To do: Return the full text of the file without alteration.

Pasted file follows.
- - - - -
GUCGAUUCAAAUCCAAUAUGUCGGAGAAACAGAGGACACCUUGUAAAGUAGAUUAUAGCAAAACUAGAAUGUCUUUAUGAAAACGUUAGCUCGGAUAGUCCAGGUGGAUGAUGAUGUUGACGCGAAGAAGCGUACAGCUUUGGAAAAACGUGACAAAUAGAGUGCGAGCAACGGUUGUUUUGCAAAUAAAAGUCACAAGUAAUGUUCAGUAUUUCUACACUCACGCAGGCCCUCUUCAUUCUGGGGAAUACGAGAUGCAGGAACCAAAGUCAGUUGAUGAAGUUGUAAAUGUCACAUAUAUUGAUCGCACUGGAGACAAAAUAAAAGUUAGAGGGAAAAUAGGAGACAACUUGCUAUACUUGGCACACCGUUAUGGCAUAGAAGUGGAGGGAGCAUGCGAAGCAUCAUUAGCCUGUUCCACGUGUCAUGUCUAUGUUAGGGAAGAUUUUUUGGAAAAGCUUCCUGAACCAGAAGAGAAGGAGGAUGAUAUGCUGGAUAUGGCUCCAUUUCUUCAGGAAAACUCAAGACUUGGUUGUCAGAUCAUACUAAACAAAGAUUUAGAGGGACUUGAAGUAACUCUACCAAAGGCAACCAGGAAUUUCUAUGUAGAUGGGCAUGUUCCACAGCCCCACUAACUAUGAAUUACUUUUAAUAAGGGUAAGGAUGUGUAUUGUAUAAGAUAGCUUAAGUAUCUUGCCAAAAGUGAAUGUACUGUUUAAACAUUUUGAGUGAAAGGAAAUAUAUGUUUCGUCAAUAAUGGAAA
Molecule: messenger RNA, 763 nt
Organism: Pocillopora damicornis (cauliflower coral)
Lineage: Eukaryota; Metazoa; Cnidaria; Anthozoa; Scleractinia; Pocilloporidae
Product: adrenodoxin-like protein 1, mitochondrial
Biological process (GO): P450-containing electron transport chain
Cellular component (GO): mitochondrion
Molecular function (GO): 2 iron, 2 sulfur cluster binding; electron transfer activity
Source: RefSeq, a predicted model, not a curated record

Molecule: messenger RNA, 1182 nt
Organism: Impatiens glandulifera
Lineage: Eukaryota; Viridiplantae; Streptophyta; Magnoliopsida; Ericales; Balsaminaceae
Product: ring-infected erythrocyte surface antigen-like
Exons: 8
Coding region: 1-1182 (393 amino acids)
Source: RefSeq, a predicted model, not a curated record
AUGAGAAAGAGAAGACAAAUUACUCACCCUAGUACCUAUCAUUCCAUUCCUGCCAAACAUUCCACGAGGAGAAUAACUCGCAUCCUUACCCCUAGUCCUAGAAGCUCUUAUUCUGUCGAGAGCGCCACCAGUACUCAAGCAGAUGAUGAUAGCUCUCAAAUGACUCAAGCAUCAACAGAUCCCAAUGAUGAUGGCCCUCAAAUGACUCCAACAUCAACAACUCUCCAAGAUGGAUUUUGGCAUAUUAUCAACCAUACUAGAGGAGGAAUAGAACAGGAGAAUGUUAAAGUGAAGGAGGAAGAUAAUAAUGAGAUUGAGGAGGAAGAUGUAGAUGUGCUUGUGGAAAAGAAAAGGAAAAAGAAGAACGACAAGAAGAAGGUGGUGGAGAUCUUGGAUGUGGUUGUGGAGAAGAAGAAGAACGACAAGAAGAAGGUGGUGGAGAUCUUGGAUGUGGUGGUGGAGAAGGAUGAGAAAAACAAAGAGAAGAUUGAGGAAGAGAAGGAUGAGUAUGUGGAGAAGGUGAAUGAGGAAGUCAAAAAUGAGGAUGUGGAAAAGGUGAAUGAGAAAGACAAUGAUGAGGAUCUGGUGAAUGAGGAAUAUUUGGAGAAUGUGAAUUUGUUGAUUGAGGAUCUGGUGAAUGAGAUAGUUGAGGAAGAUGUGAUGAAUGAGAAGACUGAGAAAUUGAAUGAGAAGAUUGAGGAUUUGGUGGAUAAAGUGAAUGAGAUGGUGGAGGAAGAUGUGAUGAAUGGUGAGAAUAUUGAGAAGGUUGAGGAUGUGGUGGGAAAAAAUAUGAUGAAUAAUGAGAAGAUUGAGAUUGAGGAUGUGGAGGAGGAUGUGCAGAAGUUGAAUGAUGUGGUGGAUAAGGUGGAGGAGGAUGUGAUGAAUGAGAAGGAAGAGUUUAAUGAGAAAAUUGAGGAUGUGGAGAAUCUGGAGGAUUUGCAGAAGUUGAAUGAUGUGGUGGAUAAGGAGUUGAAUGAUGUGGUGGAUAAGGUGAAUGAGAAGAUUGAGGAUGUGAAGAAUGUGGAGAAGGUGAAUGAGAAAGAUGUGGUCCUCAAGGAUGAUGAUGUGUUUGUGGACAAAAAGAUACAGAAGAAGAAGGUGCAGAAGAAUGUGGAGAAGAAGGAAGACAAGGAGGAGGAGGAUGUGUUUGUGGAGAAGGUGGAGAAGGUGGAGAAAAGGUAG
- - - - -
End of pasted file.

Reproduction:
GUCGAUUCAAAUCCAAUAUGUCGGAGAAACAGAGGACACCUUGUAAAGUAGAUUAUAGCAAAACUAGAAUGUCUUUAUGAAAACGUUAGCUCGGAUAGUCCAGGUGGAUGAUGAUGUUGACGCGAAGAAGCGUACAGCUUUGGAAAAACGUGACAAAUAGAGUGCGAGCAACGGUUGUUUUGCAAAUAAAAGUCACAAGUAAUGUUCAGUAUUUCUACACUCACGCAGGCCCUCUUCAUUCUGGGGAAUACGAGAUGCAGGAACCAAAGUCAGUUGAUGAAGUUGUAAAUGUCACAUAUAUUGAUCGCACUGGAGACAAAAUAAAAGUUAGAGGGAAAAUAGGAGACAACUUGCUAUACUUGGCACACCGUUAUGGCAUAGAAGUGGAGGGAGCAUGCGAAGCAUCAUUAGCCUGUUCCACGUGUCAUGUCUAUGUUAGGGAAGAUUUUUUGGAAAAGCUUCCUGAACCAGAAGAGAAGGAGGAUGAUAUGCUGGAUAUGGCUCCAUUUCUUCAGGAAAACUCAAGACUUGGUUGUCAGAUCAUACUAAACAAAGAUUUAGAGGGACUUGAAGUAACUCUACCAAAGGCAACCAGGAAUUUCUAUGUAGAUGGGCAUGUUCCACAGCCCCACUAACUAUGAAUUACUUUUAAUAAGGGUAAGGAUGUGUAUUGUAUAAGAUAGCUUAAGUAUCUUGCCAAAAGUGAAUGUACUGUUUAAACAUUUUGAGUGAAAGGAAAUAUAUGUUUCGUCAAUAAUGGAAA
Molecule: messenger RNA, 763 nt
Organism: Pocillopora damicornis (cauliflower coral)
Lineage: Eukaryota; Metazoa; Cnidaria; Anthozoa; Scleractinia; Pocilloporidae
Product: adrenodoxin-like protein 1, mitochondrial
Biological process (GO): P450-containing electron transport chain
Cellular component (GO): mitochondrion
Molecular function (GO): 2 iron, 2 sulfur cluster binding; electron transfer activity
Source: RefSeq, a predicted model, not a curated record

Molecule: messenger RNA, 1182 nt
Organism: Impatiens glandulifera
Lineage: Eukaryota; Viridiplantae; Streptophyta; Magnoliopsida; Ericales; Balsaminaceae
Product: ring-infected erythrocyte surface antigen-like
Exons: 8
Coding region: 1-1182 (393 amino acids)
Source: RefSeq, a predicted model, not a curated record
AUGAGAAAGAGAAGACAAAUUACUCACCCUAGUACCUAUCAUUCCAUUCCUGCCAAACAUUCCACGAGGAGAAUAACUCGCAUCCUUACCCCUAGUCCUAGAAGCUCUUAUUCUGUCGAGAGCGCCACCAGUACUCAAGCAGAUGAUGAUAGCUCUCAAAUGACUCAAGCAUCAACAGAUCCCAAUGAUGAUGGCCCUCAAAUGACUCCAACAUCAACAACUCUCCAAGAUGGAUUUUGGCAUAUUAUCAACCAUACUAGAGGAGGAAUAGAACAGGAGAAUGUUAAAGUGAAGGAGGAAGAUAAUAAUGAGAUUGAGGAGGAAGAUGUAGAUGUGCUUGUGGAAAAGAAAAGGAAAAAGAAGAACGACAAGAAGAAGGUGGUGGAGAUCUUGGAUGUGGUUGUGGAGAAGAAGAAGAACGACAAGAAGAAGGUGGUGGAGAUCUUGGAUGUGGUGGUGGAGAAGGAUGAGAAAAACAAAGAGAAGAUUGAGGAAGAGAAGGAUGAGUAUGUGGAGAAGGUGAAUGAGGAAGUCAAAAAUGAGGAUGUGGAAAAGGUGAAUGAGAAAGACAAUGAUGAGGAUCUGGUGAAUGAGGAAUAUUUGGAGAAUGUGAAUUUGUUGAUUGAGGAUCUGGUGAAUGAGAUAGUUGAGGAAGAUGUGAUGAAUGAGAAGACUGAGAAAUUGAAUGAGAAGAUUGAGGAUUUGGUGGAUAAAGUGAAUGAGAUGGUGGAGGAAGAUGUGAUGAAUGGUGAGAAUAUUGAGAAGGUUGAGGAUGUGGUGGGAAAAAAUAUGAUGAAUAAUGAGAAGAUUGAGAUUGAGGAUGUGGAGGAGGAUGUGCAGAAGUUGAAUGAUGUGGUGGAUAAGGUGGAGGAGGAUGUGAUGAAUGAGAAGGAAGAGUUUAAUGAGAAAAUUGAGGAUGUGGAGAAUCUGGAGGAUUUGCAGAAGUUGAAUGAUGUGGUGGAUAAGGAGUUGAAUGAUGUGGUGGAUAAGGUGAAUGAGAAGAUUGAGGAUGUGAAGAAUGUGGAGAAGGUGAAUGAGAAAGAUGUGGUCCUCAAGGAUGAUGAUGUGUUUGUGGACAAAAAGAUACAGAAGAAGAAGGUGCAGAAGAAUGUGGAGAAGAAGGAAGACAAGGAGGAGGAGGAUGUGUUUGUGGAGAAGGUGGAGAAGGUGGAGAAAAGGUAG